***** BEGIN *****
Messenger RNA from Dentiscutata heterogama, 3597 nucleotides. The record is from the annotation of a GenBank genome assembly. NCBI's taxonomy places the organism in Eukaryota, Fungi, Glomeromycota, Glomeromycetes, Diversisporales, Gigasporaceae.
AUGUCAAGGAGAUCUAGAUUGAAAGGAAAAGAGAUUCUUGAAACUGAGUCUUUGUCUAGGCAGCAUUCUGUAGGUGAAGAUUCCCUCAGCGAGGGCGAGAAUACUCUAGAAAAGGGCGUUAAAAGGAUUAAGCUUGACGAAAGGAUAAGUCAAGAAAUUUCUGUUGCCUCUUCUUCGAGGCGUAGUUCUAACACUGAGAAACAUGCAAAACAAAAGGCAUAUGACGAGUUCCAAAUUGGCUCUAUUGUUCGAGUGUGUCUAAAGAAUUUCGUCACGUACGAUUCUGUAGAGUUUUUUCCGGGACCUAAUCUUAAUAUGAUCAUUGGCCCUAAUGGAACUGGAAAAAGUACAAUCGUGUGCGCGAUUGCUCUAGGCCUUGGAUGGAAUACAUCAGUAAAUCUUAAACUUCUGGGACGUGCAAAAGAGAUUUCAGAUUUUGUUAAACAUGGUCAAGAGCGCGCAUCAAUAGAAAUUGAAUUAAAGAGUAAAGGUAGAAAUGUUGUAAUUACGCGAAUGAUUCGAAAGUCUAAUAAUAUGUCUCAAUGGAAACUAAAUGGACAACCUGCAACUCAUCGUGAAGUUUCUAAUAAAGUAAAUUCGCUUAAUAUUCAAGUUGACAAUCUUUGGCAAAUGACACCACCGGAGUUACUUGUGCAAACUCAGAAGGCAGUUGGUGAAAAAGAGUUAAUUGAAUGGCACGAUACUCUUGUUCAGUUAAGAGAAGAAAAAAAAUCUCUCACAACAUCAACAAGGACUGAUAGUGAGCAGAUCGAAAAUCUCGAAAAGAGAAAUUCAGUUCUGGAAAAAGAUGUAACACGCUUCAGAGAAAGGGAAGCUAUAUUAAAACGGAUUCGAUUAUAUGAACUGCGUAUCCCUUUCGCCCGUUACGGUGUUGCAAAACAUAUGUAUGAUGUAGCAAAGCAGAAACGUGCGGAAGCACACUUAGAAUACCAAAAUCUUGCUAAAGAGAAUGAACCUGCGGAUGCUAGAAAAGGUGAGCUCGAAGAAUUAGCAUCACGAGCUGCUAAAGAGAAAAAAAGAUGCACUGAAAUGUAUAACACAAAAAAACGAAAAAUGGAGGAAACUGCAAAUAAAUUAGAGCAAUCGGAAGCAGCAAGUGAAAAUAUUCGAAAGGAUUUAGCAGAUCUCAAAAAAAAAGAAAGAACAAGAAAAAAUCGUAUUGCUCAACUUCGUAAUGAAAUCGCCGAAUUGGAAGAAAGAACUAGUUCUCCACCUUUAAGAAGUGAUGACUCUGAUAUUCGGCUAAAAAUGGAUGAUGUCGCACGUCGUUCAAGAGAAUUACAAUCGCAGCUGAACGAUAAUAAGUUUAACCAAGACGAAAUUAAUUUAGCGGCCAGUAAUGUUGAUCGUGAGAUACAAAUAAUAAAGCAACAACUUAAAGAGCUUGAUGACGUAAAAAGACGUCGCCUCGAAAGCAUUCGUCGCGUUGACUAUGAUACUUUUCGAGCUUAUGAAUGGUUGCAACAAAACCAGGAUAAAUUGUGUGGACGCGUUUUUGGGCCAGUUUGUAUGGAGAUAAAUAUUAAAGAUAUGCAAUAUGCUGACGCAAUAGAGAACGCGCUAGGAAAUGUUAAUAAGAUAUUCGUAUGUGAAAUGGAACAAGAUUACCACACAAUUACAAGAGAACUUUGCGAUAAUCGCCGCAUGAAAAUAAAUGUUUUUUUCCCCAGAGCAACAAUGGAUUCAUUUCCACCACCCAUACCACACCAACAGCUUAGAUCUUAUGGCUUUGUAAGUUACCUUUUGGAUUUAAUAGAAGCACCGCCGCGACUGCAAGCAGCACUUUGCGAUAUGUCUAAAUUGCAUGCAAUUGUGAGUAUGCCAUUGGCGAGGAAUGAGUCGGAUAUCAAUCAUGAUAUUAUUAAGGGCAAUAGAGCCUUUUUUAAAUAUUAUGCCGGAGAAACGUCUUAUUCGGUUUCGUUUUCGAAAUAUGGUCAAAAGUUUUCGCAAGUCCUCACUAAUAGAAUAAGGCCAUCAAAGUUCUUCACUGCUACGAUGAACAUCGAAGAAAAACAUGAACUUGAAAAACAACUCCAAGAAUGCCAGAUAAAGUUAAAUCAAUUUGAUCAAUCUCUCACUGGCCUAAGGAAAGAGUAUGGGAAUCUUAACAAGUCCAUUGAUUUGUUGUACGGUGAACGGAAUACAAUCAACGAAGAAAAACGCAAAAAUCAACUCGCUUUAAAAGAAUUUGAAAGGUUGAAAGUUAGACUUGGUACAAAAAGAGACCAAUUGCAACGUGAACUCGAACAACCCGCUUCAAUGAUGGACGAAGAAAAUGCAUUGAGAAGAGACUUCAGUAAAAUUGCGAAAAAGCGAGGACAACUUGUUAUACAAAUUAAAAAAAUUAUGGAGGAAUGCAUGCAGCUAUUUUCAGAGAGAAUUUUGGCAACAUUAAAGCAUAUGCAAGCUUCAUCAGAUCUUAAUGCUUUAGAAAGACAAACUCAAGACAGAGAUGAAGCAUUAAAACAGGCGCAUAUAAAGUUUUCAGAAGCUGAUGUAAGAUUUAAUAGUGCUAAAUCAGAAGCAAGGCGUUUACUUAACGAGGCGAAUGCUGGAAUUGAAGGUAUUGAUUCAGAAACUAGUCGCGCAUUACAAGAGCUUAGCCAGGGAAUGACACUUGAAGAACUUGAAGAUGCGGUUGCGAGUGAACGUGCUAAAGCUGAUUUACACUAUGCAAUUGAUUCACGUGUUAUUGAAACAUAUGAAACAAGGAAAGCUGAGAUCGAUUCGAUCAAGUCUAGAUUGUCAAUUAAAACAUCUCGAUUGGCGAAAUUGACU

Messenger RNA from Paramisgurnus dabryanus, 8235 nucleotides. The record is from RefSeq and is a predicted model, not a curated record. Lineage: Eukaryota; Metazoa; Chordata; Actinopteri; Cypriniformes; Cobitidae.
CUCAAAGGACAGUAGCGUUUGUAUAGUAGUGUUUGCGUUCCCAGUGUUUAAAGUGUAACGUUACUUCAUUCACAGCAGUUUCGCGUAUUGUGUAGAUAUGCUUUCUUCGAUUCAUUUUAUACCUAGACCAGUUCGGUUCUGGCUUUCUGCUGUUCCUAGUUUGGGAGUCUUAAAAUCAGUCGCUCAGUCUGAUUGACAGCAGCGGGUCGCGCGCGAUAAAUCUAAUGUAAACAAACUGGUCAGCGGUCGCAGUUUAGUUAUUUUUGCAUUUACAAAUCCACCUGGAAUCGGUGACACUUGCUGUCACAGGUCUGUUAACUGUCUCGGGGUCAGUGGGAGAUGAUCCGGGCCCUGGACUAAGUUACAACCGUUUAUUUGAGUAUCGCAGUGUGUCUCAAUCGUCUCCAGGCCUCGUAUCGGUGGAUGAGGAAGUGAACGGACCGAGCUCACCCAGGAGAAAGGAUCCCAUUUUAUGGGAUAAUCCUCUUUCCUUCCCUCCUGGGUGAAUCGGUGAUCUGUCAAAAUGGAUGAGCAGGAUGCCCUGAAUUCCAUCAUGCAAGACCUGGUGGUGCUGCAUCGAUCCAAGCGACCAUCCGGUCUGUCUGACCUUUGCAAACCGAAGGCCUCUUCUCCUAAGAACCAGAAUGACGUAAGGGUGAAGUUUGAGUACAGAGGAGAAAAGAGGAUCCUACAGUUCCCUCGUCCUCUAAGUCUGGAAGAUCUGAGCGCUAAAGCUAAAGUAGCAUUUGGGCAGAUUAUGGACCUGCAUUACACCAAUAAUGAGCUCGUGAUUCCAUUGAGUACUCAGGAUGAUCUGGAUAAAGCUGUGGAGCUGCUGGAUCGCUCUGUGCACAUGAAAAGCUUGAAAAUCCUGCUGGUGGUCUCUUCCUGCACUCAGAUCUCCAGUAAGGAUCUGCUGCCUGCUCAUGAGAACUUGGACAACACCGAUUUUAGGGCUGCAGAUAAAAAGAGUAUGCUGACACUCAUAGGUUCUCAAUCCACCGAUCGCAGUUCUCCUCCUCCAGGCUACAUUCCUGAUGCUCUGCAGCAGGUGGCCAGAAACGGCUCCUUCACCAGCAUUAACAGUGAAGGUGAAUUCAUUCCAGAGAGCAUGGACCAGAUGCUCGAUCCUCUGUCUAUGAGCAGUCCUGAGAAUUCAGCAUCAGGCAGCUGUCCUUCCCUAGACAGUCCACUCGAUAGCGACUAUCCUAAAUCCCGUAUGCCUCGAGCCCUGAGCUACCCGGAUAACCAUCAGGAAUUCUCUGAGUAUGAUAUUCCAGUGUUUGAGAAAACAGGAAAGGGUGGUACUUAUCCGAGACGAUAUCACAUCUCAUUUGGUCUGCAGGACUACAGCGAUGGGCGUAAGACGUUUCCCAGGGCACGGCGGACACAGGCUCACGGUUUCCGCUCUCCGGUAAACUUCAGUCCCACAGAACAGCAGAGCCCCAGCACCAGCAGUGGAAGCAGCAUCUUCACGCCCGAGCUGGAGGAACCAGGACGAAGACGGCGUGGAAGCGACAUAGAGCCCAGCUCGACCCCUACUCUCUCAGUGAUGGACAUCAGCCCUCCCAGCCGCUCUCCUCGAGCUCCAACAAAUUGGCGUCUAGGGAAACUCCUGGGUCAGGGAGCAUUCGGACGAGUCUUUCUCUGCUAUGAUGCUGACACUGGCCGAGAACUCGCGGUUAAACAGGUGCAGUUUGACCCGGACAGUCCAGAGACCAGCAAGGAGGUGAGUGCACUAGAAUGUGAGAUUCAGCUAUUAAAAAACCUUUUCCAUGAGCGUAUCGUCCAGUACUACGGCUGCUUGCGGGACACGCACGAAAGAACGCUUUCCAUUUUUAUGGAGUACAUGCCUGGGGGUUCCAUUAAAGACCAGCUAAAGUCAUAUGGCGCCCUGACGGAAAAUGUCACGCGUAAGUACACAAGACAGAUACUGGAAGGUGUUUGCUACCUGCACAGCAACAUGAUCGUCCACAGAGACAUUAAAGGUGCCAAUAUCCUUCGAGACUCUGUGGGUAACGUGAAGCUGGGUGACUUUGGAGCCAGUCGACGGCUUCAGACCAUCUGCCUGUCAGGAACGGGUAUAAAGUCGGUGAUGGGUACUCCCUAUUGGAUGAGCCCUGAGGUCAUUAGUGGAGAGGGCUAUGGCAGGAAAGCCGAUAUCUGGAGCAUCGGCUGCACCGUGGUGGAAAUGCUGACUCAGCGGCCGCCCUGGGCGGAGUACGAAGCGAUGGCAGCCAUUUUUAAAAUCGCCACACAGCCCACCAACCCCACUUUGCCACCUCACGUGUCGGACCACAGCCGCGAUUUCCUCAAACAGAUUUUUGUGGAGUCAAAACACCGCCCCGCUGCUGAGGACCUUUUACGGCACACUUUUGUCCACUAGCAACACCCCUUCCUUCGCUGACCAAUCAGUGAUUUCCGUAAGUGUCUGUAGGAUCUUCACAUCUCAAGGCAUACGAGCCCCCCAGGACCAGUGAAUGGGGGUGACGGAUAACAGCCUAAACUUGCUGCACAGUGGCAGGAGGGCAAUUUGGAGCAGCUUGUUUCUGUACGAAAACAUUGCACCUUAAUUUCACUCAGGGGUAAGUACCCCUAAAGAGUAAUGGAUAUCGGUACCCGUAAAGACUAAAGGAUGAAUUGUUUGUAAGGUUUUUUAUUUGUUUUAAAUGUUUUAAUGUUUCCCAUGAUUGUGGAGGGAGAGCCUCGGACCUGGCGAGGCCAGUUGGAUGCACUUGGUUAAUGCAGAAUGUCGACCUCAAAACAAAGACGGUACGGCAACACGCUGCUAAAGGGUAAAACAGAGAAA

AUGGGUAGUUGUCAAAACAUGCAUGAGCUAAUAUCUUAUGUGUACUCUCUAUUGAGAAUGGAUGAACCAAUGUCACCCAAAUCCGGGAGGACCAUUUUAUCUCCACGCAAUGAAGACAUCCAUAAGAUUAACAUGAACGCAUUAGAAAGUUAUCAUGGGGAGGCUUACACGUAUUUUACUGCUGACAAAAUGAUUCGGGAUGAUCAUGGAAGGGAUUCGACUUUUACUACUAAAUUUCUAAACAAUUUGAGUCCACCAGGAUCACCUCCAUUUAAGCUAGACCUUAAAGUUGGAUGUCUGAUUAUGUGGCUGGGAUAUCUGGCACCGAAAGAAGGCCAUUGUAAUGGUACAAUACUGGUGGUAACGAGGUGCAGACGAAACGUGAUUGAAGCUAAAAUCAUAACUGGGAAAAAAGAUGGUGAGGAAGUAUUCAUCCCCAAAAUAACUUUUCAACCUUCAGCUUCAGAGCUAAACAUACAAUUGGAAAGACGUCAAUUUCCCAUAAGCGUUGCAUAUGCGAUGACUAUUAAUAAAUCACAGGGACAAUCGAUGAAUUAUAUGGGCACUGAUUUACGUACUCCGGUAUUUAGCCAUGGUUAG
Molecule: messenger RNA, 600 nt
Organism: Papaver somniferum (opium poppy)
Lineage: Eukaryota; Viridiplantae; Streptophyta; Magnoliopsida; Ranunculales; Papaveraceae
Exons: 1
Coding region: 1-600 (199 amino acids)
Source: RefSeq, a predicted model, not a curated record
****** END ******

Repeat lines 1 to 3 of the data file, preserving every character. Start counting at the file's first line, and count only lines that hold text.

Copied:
Messenger RNA from Dentiscutata heterogama, 3597 nucleotides. The record is from the annotation of a GenBank genome assembly. NCBI's taxonomy places the organism in Eukaryota, Fungi, Glomeromycota, Glomeromycetes, Diversisporales, Gigasporaceae.
AUGUCAAGGAGAUCUAGAUUGAAAGGAAAAGAGAUUCUUGAAACUGAGUCUUUGUCUAGGCAGCAUUCUGUAGGUGAAGAUUCCCUCAGCGAGGGCGAGAAUACUCUAGAAAAGGGCGUUAAAAGGAUUAAGCUUGACGAAAGGAUAAGUCAAGAAAUUUCUGUUGCCUCUUCUUCGAGGCGUAGUUCUAACACUGAGAAACAUGCAAAACAAAAGGCAUAUGACGAGUUCCAAAUUGGCUCUAUUGUUCGAGUGUGUCUAAAGAAUUUCGUCACGUACGAUUCUGUAGAGUUUUUUCCGGGACCUAAUCUUAAUAUGAUCAUUGGCCCUAAUGGAACUGGAAAAAGUACAAUCGUGUGCGCGAUUGCUCUAGGCCUUGGAUGGAAUACAUCAGUAAAUCUUAAACUUCUGGGACGUGCAAAAGAGAUUUCAGAUUUUGUUAAACAUGGUCAAGAGCGCGCAUCAAUAGAAAUUGAAUUAAAGAGUAAAGGUAGAAAUGUUGUAAUUACGCGAAUGAUUCGAAAGUCUAAUAAUAUGUCUCAAUGGAAACUAAAUGGACAACCUGCAACUCAUCGUGAAGUUUCUAAUAAAGUAAAUUCGCUUAAUAUUCAAGUUGACAAUCUUUGGCAAAUGACACCACCGGAGUUACUUGUGCAAACUCAGAAGGCAGUUGGUGAAAAAGAGUUAAUUGAAUGGCACGAUACUCUUGUUCAGUUAAGAGAAGAAAAAAAAUCUCUCACAACAUCAACAAGGACUGAUAGUGAGCAGAUCGAAAAUCUCGAAAAGAGAAAUUCAGUUCUGGAAAAAGAUGUAACACGCUUCAGAGAAAGGGAAGCUAUAUUAAAACGGAUUCGAUUAUAUGAACUGCGUAUCCCUUUCGCCCGUUACGGUGUUGCAAAACAUAUGUAUGAUGUAGCAAAGCAGAAACGUGCGGAAGCACACUUAGAAUACCAAAAUCUUGCUAAAGAGAAUGAACCUGCGGAUGCUAGAAAAGGUGAGCUCGAAGAAUUAGCAUCACGAGCUGCUAAAGAGAAAAAAAGAUGCACUGAAAUGUAUAACACAAAAAAACGAAAAAUGGAGGAAACUGCAAAUAAAUUAGAGCAAUCGGAAGCAGCAAGUGAAAAUAUUCGAAAGGAUUUAGCAGAUCUCAAAAAAAAAGAAAGAACAAGAAAAAAUCGUAUUGCUCAACUUCGUAAUGAAAUCGCCGAAUUGGAAGAAAGAACUAGUUCUCCACCUUUAAGAAGUGAUGACUCUGAUAUUCGGCUAAAAAUGGAUGAUGUCGCACGUCGUUCAAGAGAAUUACAAUCGCAGCUGAACGAUAAUAAGUUUAACCAAGACGAAAUUAAUUUAGCGGCCAGUAAUGUUGAUCGUGAGAUACAAAUAAUAAAGCAACAACUUAAAGAGCUUGAUGACGUAAAAAGACGUCGCCUCGAAAGCAUUCGUCGCGUUGACUAUGAUACUUUUCGAGCUUAUGAAUGGUUGCAACAAAACCAGGAUAAAUUGUGUGGACGCGUUUUUGGGCCAGUUUGUAUGGAGAUAAAUAUUAAAGAUAUGCAAUAUGCUGACGCAAUAGAGAACGCGCUAGGAAAUGUUAAUAAGAUAUUCGUAUGUGAAAUGGAACAAGAUUACCACACAAUUACAAGAGAACUUUGCGAUAAUCGCCGCAUGAAAAUAAAUGUUUUUUUCCCCAGAGCAACAAUGGAUUCAUUUCCACCACCCAUACCACACCAACAGCUUAGAUCUUAUGGCUUUGUAAGUUACCUUUUGGAUUUAAUAGAAGCACCGCCGCGACUGCAAGCAGCACUUUGCGAUAUGUCUAAAUUGCAUGCAAUUGUGAGUAUGCCAUUGGCGAGGAAUGAGUCGGAUAUCAAUCAUGAUAUUAUUAAGGGCAAUAGAGCCUUUUUUAAAUAUUAUGCCGGAGAAACGUCUUAUUCGGUUUCGUUUUCGAAAUAUGGUCAAAAGUUUUCGCAAGUCCUCACUAAUAGAAUAAGGCCAUCAAAGUUCUUCACUGCUACGAUGAACAUCGAAGAAAAACAUGAACUUGAAAAACAACUCCAAGAAUGCCAGAUAAAGUUAAAUCAAUUUGAUCAAUCUCUCACUGGCCUAAGGAAAGAGUAUGGGAAUCUUAACAAGUCCAUUGAUUUGUUGUACGGUGAACGGAAUACAAUCAACGAAGAAAAACGCAAAAAUCAACUCGCUUUAAAAGAAUUUGAAAGGUUGAAAGUUAGACUUGGUACAAAAAGAGACCAAUUGCAACGUGAACUCGAACAACCCGCUUCAAUGAUGGACGAAGAAAAUGCAUUGAGAAGAGACUUCAGUAAAAUUGCGAAAAAGCGAGGACAACUUGUUAUACAAAUUAAAAAAAUUAUGGAGGAAUGCAUGCAGCUAUUUUCAGAGAGAAUUUUGGCAACAUUAAAGCAUAUGCAAGCUUCAUCAGAUCUUAAUGCUUUAGAAAGACAAACUCAAGACAGAGAUGAAGCAUUAAAACAGGCGCAUAUAAAGUUUUCAGAAGCUGAUGUAAGAUUUAAUAGUGCUAAAUCAGAAGCAAGGCGUUUACUUAACGAGGCGAAUGCUGGAAUUGAAGGUAUUGAUUCAGAAACUAGUCGCGCAUUACAAGAGCUUAGCCAGGGAAUGACACUUGAAGAACUUGAAGAUGCGGUUGCGAGUGAACGUGCUAAAGCUGAUUUACACUAUGCAAUUGAUUCACGUGUUAUUGAAACAUAUGAAACAAGGAAAGCUGAGAUCGAUUCGAUCAAGUCUAGAUUGUCAAUUAAAACAUCUCGAUUGGCGAAAUUGACU

Messenger RNA from Paramisgurnus dabryanus, 8235 nucleotides. The record is from RefSeq and is a predicted model, not a curated record. Lineage: Eukaryota; Metazoa; Chordata; Actinopteri; Cypriniformes; Cobitidae.